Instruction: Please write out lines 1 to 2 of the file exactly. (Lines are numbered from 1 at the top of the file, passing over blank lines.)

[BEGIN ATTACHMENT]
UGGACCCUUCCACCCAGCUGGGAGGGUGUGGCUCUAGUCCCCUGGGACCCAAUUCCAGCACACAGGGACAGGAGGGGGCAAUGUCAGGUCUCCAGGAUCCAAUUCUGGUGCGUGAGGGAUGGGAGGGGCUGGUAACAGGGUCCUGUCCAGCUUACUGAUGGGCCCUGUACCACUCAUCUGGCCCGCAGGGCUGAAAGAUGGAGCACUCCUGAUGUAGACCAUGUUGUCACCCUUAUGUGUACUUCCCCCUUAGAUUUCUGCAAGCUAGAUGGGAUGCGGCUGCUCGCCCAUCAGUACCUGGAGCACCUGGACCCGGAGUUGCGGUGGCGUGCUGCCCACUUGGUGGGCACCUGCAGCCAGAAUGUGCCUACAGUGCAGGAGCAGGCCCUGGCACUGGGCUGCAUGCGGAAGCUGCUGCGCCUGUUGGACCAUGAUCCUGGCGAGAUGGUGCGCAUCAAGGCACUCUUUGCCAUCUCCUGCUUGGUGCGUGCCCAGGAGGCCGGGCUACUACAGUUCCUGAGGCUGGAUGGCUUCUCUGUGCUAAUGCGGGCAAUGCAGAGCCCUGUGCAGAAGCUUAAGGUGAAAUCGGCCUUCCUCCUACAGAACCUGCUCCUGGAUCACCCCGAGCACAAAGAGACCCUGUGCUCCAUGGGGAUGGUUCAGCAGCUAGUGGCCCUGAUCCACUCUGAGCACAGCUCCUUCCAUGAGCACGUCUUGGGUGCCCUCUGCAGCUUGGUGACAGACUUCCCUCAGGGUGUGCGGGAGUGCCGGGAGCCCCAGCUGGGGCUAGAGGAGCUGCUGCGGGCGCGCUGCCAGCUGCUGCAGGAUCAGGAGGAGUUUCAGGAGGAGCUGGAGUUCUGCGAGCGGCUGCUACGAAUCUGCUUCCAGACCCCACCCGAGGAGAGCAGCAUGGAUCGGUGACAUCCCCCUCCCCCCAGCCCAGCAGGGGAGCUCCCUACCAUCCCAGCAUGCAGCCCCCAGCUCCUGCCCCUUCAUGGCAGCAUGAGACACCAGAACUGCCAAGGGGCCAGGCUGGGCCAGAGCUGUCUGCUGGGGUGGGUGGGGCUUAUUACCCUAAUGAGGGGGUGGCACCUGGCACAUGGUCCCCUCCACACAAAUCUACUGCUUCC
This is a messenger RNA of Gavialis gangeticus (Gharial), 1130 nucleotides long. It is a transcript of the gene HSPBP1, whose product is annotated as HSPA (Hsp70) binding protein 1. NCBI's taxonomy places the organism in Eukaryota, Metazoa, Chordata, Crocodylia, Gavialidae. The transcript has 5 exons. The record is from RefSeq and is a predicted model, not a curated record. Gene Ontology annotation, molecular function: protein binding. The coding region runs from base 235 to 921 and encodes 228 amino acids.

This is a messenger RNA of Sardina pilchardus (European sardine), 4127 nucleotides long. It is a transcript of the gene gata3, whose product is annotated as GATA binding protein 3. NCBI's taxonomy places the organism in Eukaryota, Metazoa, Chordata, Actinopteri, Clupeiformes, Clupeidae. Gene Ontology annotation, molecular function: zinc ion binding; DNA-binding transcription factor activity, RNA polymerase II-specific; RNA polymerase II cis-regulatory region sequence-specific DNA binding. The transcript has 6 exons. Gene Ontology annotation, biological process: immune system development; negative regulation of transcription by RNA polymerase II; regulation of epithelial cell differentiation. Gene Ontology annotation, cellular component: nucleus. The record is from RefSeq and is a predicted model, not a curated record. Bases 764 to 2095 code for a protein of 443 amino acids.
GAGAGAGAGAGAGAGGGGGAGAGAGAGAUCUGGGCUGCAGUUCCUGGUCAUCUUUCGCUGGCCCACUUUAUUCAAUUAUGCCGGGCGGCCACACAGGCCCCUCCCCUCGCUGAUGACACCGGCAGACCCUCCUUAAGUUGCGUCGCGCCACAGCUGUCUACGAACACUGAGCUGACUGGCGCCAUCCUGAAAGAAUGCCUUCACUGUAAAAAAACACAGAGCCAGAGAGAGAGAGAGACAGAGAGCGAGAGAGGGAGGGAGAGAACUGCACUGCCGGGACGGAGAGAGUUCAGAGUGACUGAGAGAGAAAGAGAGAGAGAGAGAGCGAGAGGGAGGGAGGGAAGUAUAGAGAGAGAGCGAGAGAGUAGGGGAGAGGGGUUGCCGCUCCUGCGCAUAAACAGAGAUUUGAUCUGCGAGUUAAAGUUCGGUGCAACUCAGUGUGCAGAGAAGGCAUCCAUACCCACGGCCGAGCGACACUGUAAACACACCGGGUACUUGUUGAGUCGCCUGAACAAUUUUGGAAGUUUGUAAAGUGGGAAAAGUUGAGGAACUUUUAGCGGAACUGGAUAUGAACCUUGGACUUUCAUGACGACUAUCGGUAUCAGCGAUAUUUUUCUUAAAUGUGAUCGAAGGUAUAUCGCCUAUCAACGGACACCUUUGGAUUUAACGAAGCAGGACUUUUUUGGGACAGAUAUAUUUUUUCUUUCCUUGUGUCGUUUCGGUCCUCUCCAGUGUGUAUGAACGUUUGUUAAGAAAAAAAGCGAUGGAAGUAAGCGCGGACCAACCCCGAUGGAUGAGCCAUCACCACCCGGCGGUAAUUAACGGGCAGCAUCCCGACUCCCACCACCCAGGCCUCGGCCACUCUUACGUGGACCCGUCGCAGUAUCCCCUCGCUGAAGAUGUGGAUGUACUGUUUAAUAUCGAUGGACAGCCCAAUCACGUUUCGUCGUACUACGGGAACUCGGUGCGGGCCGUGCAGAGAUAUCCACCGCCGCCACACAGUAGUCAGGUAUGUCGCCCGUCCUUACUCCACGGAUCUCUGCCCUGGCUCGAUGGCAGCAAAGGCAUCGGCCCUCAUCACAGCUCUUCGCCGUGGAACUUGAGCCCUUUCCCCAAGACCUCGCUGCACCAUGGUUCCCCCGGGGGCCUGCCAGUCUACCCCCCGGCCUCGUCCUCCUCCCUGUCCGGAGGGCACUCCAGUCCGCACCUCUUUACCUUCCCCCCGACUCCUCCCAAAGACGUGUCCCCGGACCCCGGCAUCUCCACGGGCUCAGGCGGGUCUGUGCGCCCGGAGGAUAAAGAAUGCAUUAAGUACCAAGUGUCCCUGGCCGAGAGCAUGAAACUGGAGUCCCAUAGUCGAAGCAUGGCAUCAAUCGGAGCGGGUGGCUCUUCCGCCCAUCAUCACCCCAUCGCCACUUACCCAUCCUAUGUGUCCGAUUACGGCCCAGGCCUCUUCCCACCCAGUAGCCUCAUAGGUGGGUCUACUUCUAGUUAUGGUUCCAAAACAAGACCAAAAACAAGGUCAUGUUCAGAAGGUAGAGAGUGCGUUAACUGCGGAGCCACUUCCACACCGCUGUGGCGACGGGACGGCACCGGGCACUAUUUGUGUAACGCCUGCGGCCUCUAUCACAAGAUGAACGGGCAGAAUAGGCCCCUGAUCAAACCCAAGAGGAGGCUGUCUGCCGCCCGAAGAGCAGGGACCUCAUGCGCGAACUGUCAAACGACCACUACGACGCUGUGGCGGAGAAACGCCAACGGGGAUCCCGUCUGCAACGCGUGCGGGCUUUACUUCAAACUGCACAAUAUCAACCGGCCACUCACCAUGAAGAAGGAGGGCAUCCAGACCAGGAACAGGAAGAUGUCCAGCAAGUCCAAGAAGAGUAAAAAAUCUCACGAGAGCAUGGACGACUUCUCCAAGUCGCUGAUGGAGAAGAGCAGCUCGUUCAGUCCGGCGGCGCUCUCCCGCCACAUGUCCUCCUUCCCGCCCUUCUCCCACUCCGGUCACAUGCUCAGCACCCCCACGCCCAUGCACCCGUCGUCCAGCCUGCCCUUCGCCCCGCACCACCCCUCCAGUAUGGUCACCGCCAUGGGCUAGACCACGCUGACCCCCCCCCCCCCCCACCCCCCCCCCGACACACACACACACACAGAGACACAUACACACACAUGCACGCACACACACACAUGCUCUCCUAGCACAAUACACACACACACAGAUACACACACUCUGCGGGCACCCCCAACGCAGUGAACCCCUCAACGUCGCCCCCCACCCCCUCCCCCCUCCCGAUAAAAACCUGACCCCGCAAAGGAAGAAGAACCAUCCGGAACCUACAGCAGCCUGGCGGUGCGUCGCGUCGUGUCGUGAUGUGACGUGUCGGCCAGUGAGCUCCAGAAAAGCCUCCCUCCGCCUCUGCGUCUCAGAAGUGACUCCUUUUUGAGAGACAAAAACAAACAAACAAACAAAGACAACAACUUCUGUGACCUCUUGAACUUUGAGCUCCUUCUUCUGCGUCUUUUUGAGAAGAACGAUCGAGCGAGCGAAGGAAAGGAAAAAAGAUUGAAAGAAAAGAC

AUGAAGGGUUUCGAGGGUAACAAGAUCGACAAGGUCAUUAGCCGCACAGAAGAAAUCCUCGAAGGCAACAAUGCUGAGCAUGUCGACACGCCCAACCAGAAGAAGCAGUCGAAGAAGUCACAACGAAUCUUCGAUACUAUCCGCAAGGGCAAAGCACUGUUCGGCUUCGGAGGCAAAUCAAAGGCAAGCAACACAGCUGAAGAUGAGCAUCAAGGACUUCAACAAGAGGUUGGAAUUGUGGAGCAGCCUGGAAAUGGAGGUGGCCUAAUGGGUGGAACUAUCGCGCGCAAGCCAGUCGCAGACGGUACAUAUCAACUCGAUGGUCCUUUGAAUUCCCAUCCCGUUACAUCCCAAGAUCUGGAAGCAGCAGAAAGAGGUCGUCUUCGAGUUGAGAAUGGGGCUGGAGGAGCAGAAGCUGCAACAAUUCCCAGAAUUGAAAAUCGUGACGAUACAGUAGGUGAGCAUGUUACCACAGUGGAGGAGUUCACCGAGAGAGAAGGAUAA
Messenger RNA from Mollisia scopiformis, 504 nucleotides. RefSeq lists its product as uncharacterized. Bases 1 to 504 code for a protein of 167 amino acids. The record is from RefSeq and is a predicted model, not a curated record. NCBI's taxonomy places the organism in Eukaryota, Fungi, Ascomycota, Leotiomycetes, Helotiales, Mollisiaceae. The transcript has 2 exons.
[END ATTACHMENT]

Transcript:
UGGACCCUUCCACCCAGCUGGGAGGGUGUGGCUCUAGUCCCCUGGGACCCAAUUCCAGCACACAGGGACAGGAGGGGGCAAUGUCAGGUCUCCAGGAUCCAAUUCUGGUGCGUGAGGGAUGGGAGGGGCUGGUAACAGGGUCCUGUCCAGCUUACUGAUGGGCCCUGUACCACUCAUCUGGCCCGCAGGGCUGAAAGAUGGAGCACUCCUGAUGUAGACCAUGUUGUCACCCUUAUGUGUACUUCCCCCUUAGAUUUCUGCAAGCUAGAUGGGAUGCGGCUGCUCGCCCAUCAGUACCUGGAGCACCUGGACCCGGAGUUGCGGUGGCGUGCUGCCCACUUGGUGGGCACCUGCAGCCAGAAUGUGCCUACAGUGCAGGAGCAGGCCCUGGCACUGGGCUGCAUGCGGAAGCUGCUGCGCCUGUUGGACCAUGAUCCUGGCGAGAUGGUGCGCAUCAAGGCACUCUUUGCCAUCUCCUGCUUGGUGCGUGCCCAGGAGGCCGGGCUACUACAGUUCCUGAGGCUGGAUGGCUUCUCUGUGCUAAUGCGGGCAAUGCAGAGCCCUGUGCAGAAGCUUAAGGUGAAAUCGGCCUUCCUCCUACAGAACCUGCUCCUGGAUCACCCCGAGCACAAAGAGACCCUGUGCUCCAUGGGGAUGGUUCAGCAGCUAGUGGCCCUGAUCCACUCUGAGCACAGCUCCUUCCAUGAGCACGUCUUGGGUGCCCUCUGCAGCUUGGUGACAGACUUCCCUCAGGGUGUGCGGGAGUGCCGGGAGCCCCAGCUGGGGCUAGAGGAGCUGCUGCGGGCGCGCUGCCAGCUGCUGCAGGAUCAGGAGGAGUUUCAGGAGGAGCUGGAGUUCUGCGAGCGGCUGCUACGAAUCUGCUUCCAGACCCCACCCGAGGAGAGCAGCAUGGAUCGGUGACAUCCCCCUCCCCCCAGCCCAGCAGGGGAGCUCCCUACCAUCCCAGCAUGCAGCCCCCAGCUCCUGCCCCUUCAUGGCAGCAUGAGACACCAGAACUGCCAAGGGGCCAGGCUGGGCCAGAGCUGUCUGCUGGGGUGGGUGGGGCUUAUUACCCUAAUGAGGGGGUGGCACCUGGCACAUGGUCCCCUCCACACAAAUCUACUGCUUCC
This is a messenger RNA of Gavialis gangeticus (Gharial), 1130 nucleotides long. It is a transcript of the gene HSPBP1, whose product is annotated as HSPA (Hsp70) binding protein 1. NCBI's taxonomy places the organism in Eukaryota, Metazoa, Chordata, Crocodylia, Gavialidae. The transcript has 5 exons. The record is from RefSeq and is a predicted model, not a curated record. Gene Ontology annotation, molecular function: protein binding. The coding region runs from base 235 to 921 and encodes 228 amino acids.